Wednesday, October 31, 2007

What part of "NO" does Alabama not understand?


It's a wonderful word, beautiful in its simplicity and straightforwardness.

It is one of the first words most children learn, because, hopefully, they hear it often enough from Mom and Dad.

No. An N and an O. No. It can be "No." or "No!" or even "NO!"

The meaning is crystal clear.

Unless, of course, you happen to be the State of Alabama.

Last night, as people who follow the death penalty are well aware, the U.S. Supreme intervened to stop a scheduled execution in Mississippi. (Mississippi...a much more complicated word than the word "No." But I digress.)

Anyway, every legal expert in the country who knows anything about the death penalty knows the significance of the Court's action. Let's pick up Linda Greenhouse, writing this page one, lead story for The New York Times:

Moments before a Mississippi prisoner was scheduled to die by lethal injection, the Supreme Court granted him a stay of execution on Tuesday evening and thus gave a nearly indisputable indication that a majority intends to block all executions until the court decides a lethal injection case from Kentucky next spring.


Even without a written opinion, the Supreme Court’s action on Tuesday night clarified a situation that had become increasingly confusing as state courts and the lower federal courts, without further guidance from the justices, wrestled with claims from a growing number of death-row inmates that their imminent executions should be delayed.

State and lower federal courts are likely to interpret the Supreme Court’s action as a signal that they should postpone executions in their jurisdictions. As a result, the justices will probably not have to consider any more last-minute applications from inmates while the de facto moratorium is in effect.

So what does the Alabama Supreme Court do? Why, this very morning, they set a Dec. 6 execution date. We're not joking. In Alabama, "No" means "Yes."

Or perhaps "No" means "Why, of course!" or "We can't see any reason why not!"

More from Greenhouse at The New York Times:

In the application for a stay of execution, filed Monday afternoon, Mr. Berry’s lawyers acknowledged that the Supreme Court itself has been critical of last-minute requests from death-row inmates, “especially if the petitioner has been trying to manipulate the legal process.” But the lawyers urged the court to look beyond that issue and to consider “a balancing of the equities and hardships of the respective parties.”

In this instance, the lawyers said, Mississippi “will suffer no prejudice other than a delay if Mr. Berry’s execution is stayed,” while Mr. Berry “on the other hand, will suffer the risk of being put to death by an unconstitutional means.” They added, “It is clear that irreparable harm will result if no stay is granted.”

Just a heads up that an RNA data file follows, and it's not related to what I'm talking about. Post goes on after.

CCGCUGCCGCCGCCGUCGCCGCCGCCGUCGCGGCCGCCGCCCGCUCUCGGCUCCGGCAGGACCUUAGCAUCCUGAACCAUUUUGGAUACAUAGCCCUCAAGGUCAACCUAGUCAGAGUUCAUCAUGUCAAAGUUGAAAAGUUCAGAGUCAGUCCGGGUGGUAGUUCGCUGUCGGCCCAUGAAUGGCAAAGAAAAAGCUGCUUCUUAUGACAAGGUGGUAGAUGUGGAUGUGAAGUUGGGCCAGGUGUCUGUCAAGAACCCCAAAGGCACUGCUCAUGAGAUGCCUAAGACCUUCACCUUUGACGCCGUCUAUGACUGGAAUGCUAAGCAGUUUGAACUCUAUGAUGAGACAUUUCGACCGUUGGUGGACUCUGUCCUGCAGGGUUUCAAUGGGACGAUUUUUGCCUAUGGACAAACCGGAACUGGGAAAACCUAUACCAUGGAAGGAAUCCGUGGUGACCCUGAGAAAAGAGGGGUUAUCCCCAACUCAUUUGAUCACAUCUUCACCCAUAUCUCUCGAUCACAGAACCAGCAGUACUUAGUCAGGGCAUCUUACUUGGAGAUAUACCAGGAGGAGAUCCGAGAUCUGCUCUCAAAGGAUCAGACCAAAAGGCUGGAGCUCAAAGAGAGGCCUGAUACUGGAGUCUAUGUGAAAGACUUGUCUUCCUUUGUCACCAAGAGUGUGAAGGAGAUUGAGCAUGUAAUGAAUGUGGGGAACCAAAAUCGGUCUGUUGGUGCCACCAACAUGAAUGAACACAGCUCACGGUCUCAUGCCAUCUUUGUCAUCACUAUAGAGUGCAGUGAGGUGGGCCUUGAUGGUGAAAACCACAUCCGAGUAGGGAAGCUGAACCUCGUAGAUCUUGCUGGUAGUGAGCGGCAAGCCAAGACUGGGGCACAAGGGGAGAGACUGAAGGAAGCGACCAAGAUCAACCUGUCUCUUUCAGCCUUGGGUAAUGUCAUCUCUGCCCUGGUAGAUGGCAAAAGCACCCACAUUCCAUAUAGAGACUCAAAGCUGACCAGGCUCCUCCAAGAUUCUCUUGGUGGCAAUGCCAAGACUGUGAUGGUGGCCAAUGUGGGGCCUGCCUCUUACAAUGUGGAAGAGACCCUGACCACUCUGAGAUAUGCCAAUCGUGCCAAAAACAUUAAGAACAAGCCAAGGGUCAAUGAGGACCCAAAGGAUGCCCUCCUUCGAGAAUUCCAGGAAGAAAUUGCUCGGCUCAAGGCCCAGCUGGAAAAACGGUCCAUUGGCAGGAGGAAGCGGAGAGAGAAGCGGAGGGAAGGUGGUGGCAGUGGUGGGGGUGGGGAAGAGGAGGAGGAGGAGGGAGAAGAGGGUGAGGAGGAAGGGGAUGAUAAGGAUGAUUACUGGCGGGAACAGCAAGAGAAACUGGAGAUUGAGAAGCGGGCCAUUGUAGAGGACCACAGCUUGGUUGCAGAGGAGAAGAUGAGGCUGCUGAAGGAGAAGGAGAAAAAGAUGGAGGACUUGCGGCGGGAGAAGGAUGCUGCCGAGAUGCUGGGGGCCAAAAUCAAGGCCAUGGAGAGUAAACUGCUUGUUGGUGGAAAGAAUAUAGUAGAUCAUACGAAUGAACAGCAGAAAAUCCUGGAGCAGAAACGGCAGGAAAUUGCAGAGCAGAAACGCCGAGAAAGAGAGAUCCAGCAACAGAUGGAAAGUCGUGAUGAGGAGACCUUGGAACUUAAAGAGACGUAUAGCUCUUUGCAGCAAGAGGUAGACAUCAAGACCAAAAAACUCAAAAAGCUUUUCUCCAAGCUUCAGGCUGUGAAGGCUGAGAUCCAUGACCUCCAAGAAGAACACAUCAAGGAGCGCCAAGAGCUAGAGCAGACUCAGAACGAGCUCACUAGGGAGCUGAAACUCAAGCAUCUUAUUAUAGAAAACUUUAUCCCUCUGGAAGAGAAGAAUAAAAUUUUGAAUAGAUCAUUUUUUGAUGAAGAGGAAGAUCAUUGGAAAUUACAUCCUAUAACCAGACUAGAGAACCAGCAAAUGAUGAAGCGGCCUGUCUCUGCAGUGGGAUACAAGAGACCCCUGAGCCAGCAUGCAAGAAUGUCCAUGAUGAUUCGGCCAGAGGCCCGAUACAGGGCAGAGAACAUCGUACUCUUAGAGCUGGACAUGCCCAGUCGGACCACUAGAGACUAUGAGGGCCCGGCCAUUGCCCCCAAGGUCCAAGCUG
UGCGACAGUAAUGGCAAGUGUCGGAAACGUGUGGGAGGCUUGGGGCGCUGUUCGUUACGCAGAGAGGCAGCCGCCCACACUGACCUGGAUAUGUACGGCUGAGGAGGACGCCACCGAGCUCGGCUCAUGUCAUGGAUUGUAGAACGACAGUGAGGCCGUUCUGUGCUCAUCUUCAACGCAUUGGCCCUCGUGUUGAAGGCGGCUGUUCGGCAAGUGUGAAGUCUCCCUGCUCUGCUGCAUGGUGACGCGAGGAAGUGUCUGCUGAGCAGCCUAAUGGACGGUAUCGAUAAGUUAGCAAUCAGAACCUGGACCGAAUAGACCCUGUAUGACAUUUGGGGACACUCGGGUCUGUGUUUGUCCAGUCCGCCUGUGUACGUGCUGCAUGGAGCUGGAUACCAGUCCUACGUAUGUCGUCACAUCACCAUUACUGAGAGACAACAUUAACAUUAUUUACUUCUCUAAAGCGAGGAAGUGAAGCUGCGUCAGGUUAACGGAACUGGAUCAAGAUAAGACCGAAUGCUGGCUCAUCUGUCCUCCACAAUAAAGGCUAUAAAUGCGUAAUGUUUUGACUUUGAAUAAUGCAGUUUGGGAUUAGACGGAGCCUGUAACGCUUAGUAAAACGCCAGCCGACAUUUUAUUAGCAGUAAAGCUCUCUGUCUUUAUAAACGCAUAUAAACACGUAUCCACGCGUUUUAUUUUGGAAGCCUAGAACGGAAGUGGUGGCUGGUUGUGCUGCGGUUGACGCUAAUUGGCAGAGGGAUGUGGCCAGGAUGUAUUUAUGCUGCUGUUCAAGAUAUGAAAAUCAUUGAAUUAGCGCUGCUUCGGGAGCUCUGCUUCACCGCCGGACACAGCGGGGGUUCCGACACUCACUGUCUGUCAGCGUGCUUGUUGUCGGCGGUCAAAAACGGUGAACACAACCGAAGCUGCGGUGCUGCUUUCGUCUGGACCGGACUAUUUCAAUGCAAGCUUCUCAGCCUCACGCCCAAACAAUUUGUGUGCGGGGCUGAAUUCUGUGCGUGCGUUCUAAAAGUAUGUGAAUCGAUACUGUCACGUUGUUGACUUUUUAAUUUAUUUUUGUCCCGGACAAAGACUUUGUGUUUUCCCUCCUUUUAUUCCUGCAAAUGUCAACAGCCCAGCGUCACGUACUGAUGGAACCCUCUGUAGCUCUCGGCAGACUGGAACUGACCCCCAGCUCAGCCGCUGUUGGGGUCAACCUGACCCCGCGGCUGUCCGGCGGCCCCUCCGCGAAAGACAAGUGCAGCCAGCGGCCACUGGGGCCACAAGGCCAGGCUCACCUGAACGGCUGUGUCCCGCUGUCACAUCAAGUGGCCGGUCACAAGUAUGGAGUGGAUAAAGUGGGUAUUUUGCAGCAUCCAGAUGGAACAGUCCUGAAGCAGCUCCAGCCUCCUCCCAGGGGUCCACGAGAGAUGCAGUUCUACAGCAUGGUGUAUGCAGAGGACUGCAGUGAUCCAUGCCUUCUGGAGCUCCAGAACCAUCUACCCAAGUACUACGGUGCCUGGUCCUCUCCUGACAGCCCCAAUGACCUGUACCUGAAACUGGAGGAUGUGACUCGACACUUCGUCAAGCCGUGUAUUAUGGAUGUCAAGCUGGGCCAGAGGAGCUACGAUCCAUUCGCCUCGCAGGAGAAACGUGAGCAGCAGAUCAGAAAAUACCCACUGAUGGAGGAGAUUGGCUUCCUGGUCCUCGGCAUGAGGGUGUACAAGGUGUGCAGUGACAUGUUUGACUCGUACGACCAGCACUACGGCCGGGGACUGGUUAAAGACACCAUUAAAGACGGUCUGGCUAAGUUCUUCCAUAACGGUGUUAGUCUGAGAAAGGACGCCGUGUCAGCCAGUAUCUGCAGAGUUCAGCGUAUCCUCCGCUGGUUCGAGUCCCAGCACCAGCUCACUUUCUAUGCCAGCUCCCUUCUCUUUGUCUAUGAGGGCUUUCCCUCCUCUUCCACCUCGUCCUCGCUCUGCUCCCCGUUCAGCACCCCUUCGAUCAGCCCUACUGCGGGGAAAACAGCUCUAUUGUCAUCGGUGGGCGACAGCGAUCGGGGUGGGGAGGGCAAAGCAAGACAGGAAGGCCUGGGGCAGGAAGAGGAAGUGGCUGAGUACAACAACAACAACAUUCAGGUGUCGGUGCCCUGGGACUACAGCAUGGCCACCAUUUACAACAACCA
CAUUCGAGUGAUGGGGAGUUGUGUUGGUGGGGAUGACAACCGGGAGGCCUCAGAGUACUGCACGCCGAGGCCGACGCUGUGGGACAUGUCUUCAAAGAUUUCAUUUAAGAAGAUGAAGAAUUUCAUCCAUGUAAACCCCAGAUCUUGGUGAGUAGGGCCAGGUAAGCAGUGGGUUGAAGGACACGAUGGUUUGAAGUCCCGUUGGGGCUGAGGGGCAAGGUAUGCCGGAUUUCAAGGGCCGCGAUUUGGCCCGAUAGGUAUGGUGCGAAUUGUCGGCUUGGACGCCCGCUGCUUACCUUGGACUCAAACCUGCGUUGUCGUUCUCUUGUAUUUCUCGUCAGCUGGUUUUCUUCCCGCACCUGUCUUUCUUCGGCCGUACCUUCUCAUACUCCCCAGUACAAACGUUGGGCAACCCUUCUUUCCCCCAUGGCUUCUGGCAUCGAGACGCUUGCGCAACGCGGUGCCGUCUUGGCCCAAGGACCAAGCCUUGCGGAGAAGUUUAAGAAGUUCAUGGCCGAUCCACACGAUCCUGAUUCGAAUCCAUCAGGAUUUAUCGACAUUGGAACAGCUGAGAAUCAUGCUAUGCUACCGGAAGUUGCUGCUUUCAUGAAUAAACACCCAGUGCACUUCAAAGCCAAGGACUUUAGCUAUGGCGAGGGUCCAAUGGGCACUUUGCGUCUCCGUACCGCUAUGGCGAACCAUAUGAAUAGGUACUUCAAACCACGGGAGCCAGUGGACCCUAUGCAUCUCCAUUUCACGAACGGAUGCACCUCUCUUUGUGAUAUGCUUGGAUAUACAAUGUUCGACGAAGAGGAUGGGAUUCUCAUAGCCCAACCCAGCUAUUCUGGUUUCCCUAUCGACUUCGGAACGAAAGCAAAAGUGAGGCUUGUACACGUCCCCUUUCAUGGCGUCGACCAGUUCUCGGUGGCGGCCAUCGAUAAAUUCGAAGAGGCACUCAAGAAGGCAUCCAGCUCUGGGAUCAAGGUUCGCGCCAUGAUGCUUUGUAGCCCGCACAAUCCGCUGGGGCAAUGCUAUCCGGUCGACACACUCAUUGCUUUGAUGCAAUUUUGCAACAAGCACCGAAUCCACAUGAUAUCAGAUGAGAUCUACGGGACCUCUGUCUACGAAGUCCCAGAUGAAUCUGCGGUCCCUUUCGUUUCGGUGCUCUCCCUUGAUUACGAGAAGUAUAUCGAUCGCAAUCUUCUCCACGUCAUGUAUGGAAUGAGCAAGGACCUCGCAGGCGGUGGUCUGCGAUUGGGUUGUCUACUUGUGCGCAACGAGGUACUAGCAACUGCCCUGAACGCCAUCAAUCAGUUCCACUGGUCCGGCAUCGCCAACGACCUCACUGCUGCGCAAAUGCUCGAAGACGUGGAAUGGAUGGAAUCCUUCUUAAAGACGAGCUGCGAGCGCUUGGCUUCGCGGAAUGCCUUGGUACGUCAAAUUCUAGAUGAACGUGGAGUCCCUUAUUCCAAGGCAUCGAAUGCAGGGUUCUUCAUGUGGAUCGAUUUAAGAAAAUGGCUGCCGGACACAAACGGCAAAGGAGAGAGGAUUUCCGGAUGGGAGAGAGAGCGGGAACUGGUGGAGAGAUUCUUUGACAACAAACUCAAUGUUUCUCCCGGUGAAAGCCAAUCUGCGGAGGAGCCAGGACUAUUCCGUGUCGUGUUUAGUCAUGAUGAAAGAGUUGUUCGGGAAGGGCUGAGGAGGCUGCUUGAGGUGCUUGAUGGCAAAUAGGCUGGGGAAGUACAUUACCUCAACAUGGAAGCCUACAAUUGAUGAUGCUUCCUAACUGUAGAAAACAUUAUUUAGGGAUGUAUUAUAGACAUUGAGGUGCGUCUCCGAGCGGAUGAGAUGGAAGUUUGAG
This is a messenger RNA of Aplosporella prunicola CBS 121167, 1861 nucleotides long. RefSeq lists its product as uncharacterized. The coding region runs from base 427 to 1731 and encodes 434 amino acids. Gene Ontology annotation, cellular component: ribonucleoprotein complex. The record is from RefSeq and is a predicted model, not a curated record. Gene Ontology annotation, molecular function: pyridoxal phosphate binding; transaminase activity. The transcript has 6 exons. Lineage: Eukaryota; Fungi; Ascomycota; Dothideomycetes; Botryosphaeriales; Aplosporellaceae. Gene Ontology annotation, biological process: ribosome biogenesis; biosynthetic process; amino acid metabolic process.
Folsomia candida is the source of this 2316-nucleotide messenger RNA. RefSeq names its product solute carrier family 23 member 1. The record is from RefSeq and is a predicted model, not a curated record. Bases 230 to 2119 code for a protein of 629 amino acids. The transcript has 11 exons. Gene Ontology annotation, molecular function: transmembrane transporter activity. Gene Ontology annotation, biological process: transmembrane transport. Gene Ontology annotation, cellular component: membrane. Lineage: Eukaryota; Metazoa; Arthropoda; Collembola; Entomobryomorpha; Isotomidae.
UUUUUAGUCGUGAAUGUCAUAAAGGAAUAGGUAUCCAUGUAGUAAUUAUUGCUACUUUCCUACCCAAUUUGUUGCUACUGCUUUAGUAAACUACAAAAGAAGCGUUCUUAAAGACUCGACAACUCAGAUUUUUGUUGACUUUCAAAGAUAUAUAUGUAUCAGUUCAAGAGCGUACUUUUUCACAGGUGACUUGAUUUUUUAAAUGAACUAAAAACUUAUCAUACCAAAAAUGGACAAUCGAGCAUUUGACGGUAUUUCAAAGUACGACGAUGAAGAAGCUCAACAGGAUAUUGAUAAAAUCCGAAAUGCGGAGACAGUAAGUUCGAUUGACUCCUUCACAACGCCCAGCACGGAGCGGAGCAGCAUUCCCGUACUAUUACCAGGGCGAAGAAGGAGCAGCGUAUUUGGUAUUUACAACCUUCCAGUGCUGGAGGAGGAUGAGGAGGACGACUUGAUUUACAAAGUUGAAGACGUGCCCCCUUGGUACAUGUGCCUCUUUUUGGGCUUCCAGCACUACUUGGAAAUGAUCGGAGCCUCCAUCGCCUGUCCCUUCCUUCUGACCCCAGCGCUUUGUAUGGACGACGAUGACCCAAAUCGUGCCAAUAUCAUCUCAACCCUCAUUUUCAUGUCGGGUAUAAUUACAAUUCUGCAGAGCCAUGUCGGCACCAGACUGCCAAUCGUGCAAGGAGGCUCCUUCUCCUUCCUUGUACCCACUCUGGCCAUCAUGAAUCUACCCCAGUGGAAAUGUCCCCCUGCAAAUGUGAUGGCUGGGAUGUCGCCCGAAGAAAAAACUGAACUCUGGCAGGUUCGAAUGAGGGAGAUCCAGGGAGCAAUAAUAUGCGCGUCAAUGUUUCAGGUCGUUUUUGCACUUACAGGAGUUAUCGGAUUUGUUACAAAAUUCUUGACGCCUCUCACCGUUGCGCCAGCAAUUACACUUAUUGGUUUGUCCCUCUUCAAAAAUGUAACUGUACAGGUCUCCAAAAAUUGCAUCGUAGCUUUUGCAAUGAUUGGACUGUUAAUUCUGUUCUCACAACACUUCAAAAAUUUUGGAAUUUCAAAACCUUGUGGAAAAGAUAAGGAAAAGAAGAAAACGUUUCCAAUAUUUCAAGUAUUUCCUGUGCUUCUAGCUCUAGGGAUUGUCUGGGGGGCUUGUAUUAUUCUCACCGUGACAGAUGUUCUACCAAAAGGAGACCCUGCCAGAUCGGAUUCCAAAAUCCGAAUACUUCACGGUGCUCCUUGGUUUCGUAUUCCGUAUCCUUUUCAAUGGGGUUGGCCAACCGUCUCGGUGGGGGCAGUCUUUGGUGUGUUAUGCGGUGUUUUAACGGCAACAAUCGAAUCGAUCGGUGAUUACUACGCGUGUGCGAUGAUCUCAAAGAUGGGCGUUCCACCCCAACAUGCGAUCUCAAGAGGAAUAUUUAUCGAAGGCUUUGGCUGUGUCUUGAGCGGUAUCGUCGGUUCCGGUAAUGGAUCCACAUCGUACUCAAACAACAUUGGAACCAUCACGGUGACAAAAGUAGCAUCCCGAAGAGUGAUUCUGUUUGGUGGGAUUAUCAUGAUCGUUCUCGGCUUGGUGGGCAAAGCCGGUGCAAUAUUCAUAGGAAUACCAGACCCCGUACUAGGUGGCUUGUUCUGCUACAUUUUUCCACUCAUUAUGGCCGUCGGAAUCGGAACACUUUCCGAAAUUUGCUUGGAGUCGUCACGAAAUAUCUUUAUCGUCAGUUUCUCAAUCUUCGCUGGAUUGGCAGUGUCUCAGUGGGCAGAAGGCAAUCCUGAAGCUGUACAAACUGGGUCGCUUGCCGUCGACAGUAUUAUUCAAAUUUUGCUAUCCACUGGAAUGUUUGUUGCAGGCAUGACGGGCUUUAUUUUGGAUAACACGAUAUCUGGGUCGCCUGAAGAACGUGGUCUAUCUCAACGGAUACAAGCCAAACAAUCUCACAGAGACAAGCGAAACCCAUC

David P. Voisin, one of the defense lawyers, said the Supreme Court’s action was “a positive sign that as long as this issue is under consideration, the court is going to hold executions.”

Well. We've got one word for the State of Alabama.

It starts with an 'N' and it consists of two letters.

Happy Halloween -- there's a new blog in town!

A friend and former colleague of mine today launches a new blog aimed at looking at the history of executions -- or, more precisely, of those executed. You can find it here.

Jason describes his blog this way:

Executed Today is a blog of history, sociology, biography, criminology, law, and kismet —- an unrepresentative but arresting view of the human condition across time and circumstance from the parlous vantage of the scaffold. This blog each day chronicles an historical execution that took place on that date, and the story behind it.

My own background is out of the abolition movement, where I worked for the National Coalition to Abolish the Death Penalty until early 2005.

You'll probably find that history reflected not so much in the blog's editorial stance (officially, it's not an anti-death penalty blog) and more in the overall tone, which aspires (notwithstanding the somewhat ghoulish choice of Halloween for a launch) to respectfulness for the wide variety of people caught up in this strange institution. Fundamentally, it's a work of historical exposition ... and like most abolitionists, I tend towards the view that the death penalty gets less appealing the more one looks into it.

Check it out!

Tuesday, October 30, 2007

Breaking news out of Arkansas

What seemed like a closely held secret early yesterday flew with the speed of the Internet all the way to the pages of the New York Times this morning. Rather than repeat what already has been written, I'm just going to post the New York Times story in its entirety.

Two questions: When does Damien Echols get out of prison and how many other innocent people are there on Arkansas' death row?

Defense Offers New Evidence in a Murder Case That Shocked Arkansas

In 1994, 3 teenagers in the small city of West Memphis, Ark., were convicted of killing 3 8-year-old boys in what prosecutors portrayed as a satanic sacrifice involving sexual abuse and genital mutilation. So shocking were the crimes that when the teenagers were led from the courthouse after their arrest, they were met by 200 local residents yelling, "Burn in hell."

But according to long-awaited new evidence filed by the defense in federal court on Monday, there was no DNA from the 3 defendants found at the scene, the mutilation was actually the work of animals and at least 1 person other than the defendants may have been present at the crime scene.

Supporters of the defendants hope the legal filing will provide the defense with a breakthrough. 2 of the men, Jason Baldwin and Jessie Misskelley, are serving life in prison, while one, Damien W. Echols, is on death row. There was no physical evidence linking the teenagers, now known as the West Memphis 3, to the crime.